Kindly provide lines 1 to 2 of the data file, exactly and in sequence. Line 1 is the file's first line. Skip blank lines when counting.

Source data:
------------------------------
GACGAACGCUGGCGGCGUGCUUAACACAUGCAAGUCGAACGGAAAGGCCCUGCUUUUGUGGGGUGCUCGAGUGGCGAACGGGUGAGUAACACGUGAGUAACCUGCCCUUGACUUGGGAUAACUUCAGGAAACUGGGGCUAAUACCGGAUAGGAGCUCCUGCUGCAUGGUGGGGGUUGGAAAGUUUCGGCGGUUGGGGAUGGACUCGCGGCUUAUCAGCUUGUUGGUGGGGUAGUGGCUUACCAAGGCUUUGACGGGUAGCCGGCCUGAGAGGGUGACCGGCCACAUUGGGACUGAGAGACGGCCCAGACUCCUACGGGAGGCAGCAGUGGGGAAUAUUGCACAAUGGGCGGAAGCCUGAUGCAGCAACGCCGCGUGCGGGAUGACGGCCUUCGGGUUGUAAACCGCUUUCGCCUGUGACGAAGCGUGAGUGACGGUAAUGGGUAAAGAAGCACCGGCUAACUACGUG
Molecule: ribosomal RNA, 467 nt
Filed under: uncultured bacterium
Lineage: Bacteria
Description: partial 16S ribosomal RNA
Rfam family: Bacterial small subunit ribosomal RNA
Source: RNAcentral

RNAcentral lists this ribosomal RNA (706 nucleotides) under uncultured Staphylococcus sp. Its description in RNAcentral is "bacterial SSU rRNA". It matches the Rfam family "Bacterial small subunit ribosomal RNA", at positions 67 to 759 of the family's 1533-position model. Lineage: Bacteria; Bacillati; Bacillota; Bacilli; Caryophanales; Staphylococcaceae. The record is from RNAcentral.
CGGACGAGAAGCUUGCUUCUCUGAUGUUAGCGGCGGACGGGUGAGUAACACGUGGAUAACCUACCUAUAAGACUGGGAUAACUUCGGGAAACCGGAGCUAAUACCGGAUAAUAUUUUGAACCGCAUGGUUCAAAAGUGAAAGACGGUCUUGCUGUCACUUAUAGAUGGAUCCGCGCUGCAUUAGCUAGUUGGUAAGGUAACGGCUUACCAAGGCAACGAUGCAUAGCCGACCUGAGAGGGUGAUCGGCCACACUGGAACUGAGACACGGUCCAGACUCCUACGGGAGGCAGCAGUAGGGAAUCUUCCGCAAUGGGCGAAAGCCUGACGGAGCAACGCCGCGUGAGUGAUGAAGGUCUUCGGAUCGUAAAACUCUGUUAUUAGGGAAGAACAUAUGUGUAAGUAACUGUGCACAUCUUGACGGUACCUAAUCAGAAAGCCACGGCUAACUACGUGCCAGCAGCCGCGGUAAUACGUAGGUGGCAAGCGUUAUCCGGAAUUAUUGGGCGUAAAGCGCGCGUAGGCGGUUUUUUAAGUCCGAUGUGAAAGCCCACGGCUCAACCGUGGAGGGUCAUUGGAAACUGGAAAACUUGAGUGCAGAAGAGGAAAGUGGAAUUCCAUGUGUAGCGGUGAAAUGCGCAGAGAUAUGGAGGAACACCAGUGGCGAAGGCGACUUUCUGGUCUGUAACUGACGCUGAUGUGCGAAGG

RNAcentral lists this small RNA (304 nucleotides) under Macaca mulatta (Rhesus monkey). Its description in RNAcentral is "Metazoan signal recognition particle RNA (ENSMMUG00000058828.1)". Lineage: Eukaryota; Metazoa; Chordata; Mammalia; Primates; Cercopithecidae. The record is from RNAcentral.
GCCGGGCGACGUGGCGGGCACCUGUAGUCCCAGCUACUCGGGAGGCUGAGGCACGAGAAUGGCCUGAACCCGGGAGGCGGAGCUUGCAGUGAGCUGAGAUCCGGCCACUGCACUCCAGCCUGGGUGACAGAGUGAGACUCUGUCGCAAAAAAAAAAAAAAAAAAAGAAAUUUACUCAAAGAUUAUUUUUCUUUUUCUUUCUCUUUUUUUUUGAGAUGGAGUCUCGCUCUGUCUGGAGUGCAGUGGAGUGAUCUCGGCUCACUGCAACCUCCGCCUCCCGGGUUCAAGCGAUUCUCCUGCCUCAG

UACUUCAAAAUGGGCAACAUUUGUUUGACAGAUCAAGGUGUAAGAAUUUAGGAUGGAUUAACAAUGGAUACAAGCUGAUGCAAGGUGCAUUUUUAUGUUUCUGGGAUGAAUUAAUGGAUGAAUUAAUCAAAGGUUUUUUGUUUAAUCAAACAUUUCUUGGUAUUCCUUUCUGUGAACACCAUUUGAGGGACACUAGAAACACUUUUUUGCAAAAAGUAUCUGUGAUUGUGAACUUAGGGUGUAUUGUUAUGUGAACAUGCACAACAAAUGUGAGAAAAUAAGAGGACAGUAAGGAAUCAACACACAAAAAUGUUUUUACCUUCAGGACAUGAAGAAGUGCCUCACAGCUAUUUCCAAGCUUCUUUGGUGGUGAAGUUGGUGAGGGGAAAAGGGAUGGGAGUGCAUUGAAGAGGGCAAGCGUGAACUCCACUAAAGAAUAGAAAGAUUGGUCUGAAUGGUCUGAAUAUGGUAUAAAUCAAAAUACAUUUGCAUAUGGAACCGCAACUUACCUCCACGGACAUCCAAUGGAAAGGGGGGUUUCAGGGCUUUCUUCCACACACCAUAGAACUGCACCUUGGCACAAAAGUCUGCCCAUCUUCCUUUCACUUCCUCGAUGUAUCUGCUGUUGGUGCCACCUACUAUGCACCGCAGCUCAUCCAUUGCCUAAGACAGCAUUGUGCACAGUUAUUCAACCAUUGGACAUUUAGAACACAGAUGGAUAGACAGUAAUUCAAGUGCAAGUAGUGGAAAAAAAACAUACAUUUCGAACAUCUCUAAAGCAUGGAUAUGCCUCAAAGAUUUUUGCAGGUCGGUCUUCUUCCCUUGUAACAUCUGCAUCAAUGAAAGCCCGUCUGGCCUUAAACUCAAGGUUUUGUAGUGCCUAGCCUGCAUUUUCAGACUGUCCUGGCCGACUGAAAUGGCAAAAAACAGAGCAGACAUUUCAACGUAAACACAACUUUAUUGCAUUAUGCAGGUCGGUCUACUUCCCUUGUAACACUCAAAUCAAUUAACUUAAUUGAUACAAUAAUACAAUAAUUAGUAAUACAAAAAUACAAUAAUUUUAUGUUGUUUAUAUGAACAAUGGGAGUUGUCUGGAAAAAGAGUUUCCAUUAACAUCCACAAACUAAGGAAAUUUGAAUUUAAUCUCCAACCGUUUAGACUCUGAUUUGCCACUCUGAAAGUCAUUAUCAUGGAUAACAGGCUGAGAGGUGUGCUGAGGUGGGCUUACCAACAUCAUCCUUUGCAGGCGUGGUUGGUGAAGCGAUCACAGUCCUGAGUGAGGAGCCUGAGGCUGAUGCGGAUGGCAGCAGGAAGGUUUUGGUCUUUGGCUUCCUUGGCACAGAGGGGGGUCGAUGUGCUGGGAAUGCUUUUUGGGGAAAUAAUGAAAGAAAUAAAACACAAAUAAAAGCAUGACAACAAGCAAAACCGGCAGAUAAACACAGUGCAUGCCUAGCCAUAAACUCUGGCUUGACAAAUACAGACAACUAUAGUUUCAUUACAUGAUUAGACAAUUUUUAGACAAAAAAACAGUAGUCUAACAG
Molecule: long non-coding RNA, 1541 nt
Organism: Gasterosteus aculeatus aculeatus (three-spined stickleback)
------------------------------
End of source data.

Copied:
GACGAACGCUGGCGGCGUGCUUAACACAUGCAAGUCGAACGGAAAGGCCCUGCUUUUGUGGGGUGCUCGAGUGGCGAACGGGUGAGUAACACGUGAGUAACCUGCCCUUGACUUGGGAUAACUUCAGGAAACUGGGGCUAAUACCGGAUAGGAGCUCCUGCUGCAUGGUGGGGGUUGGAAAGUUUCGGCGGUUGGGGAUGGACUCGCGGCUUAUCAGCUUGUUGGUGGGGUAGUGGCUUACCAAGGCUUUGACGGGUAGCCGGCCUGAGAGGGUGACCGGCCACAUUGGGACUGAGAGACGGCCCAGACUCCUACGGGAGGCAGCAGUGGGGAAUAUUGCACAAUGGGCGGAAGCCUGAUGCAGCAACGCCGCGUGCGGGAUGACGGCCUUCGGGUUGUAAACCGCUUUCGCCUGUGACGAAGCGUGAGUGACGGUAAUGGGUAAAGAAGCACCGGCUAACUACGUG
Molecule: ribosomal RNA, 467 nt